City Helps Preserve Hip-Hop's Humble Legacy in the Bronx
Tuesday, September 07, 2010
Though it looks like any fluorescent-lit church basement, community center or public school teacher's lounge, the basement of 1520 Sedgwick Avenue in the Bronx's Morris Heights neighborhood has a monumental history. It was on this unlikely linoleum floor, under the workaday dropped ceiling, that Clive Campbell a.k.a. DJ Kool Herc first set up the turntables and guitar amp that gave life to what is known now as the sound system and hip-hop music.
"He was the guy who first laid it down and played it for a party crowd," says hip-hop historian Marcus Reeves.
Many consider 1520 Sedgwick hallowed ground. But in 2008, an investment group reportedly led by real estate investor Mark Karasick purchased the basement community room and the 100-unit 18-story building above it from New York City. After Karasick bought the building and the housing bubble burst, the building's tenants reported rats, cracked walls and a largely unmaintained building.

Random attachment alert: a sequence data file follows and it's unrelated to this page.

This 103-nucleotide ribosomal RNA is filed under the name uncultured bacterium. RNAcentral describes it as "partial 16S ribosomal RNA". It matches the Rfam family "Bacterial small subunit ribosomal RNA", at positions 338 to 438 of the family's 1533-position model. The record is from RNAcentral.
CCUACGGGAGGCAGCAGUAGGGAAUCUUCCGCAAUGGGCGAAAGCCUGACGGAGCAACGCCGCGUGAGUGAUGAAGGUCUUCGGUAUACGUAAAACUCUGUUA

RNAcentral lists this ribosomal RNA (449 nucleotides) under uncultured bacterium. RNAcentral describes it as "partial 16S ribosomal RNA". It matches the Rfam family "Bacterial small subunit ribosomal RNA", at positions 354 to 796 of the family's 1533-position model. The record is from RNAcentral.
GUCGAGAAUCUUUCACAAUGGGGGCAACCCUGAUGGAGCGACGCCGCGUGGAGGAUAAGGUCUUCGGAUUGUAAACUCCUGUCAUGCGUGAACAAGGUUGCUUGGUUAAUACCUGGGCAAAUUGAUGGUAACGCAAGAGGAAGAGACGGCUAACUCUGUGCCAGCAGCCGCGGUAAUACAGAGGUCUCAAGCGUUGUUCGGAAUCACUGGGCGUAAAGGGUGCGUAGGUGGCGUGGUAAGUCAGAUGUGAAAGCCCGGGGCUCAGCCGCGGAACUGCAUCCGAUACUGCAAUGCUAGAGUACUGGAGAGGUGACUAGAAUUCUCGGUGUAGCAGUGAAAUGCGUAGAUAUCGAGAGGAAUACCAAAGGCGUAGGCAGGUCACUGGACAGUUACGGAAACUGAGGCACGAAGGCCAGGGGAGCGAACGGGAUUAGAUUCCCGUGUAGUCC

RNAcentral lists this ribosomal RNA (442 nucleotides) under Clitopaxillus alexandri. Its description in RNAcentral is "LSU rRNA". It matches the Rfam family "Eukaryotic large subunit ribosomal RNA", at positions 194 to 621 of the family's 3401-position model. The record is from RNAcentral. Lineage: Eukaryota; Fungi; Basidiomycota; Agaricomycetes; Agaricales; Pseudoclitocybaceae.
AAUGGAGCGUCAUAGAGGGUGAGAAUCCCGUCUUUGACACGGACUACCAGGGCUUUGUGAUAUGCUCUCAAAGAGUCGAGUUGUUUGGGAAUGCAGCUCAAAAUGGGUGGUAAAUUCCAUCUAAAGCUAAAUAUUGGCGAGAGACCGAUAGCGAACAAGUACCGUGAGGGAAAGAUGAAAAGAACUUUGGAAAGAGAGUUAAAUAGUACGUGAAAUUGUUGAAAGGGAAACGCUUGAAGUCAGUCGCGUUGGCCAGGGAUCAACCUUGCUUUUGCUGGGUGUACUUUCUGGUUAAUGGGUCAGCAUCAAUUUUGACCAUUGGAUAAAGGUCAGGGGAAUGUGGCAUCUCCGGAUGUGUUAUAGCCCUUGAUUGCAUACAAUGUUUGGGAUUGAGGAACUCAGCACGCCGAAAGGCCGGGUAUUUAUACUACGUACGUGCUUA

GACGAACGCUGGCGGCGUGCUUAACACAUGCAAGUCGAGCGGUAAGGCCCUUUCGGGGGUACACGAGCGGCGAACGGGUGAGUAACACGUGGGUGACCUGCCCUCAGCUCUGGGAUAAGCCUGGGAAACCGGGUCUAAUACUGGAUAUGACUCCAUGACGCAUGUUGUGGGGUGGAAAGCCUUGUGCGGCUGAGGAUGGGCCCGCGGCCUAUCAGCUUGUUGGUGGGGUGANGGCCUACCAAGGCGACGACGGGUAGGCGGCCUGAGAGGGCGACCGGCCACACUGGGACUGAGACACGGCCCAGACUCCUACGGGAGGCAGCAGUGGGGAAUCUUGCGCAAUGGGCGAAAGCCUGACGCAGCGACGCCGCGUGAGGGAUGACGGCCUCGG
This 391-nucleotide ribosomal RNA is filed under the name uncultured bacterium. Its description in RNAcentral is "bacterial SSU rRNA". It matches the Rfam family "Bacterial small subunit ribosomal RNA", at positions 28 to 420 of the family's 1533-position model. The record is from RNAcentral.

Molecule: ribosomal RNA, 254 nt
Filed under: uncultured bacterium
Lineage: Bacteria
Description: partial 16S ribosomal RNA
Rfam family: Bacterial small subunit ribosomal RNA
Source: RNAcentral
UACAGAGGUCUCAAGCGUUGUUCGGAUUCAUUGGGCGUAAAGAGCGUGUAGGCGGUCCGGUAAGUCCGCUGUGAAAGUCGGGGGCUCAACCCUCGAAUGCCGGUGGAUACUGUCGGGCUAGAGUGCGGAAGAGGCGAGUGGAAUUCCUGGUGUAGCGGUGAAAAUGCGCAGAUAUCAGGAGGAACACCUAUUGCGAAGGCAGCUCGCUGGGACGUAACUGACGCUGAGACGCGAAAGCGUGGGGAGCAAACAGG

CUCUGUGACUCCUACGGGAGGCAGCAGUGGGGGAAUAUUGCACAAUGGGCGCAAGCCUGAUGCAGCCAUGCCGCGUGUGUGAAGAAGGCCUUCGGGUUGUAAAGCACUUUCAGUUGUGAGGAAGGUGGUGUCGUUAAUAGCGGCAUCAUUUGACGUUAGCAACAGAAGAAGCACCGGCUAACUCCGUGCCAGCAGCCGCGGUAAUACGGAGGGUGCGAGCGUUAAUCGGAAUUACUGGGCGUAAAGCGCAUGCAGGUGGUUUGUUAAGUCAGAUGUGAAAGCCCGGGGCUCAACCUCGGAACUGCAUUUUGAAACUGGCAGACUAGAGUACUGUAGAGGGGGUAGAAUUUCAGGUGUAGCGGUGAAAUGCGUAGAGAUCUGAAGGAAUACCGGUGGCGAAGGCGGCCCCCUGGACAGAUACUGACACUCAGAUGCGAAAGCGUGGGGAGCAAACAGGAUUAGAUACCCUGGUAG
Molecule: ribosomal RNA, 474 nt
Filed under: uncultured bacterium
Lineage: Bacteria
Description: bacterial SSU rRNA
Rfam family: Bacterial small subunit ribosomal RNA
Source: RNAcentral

Though he was surely not present at DJ Kool Herc's 1973 "back to school jam," Mayor Michael Bloomberg's office took issue with the building's poor living conditions and said the investment group's purchase of 1520 Sedgwick was an attempt to evict its tenants, raise rents and ride the wave of South Bronx gentrification all the way to the bank. The city decided to give funds to two companies so they could take over the mortgage of 1520 Sedgwick. A $750 million program, which Mayor Bloomberg announced in January would aid "distressed multifamily buildings," allowed the New York City Housing Development Corporation to approve a $5.6 million loan to WinnResidential and Workforce Housing Advisors, the companies which purchased the building's mortgage.
Sen. Charles Schumer and Rep. José Serrano also threw their political support behind funding the city's efforts to save the building, and the city council pledged $3 million towards building repairs for fiscal year 2011.
Saving the building is a relief to many, least of all hip-hop heads who know what happened in the building's basement. Reeves says he is pleased with the developments because the city is recognizing the place where hip-hop was born. "They're going to care about the working class history of the building and hip-hop is a part of that," Reeves says.
Check out a slideshow of where hip-hop was born below. The images of the building were taken this past March by Brooklyn Bodega.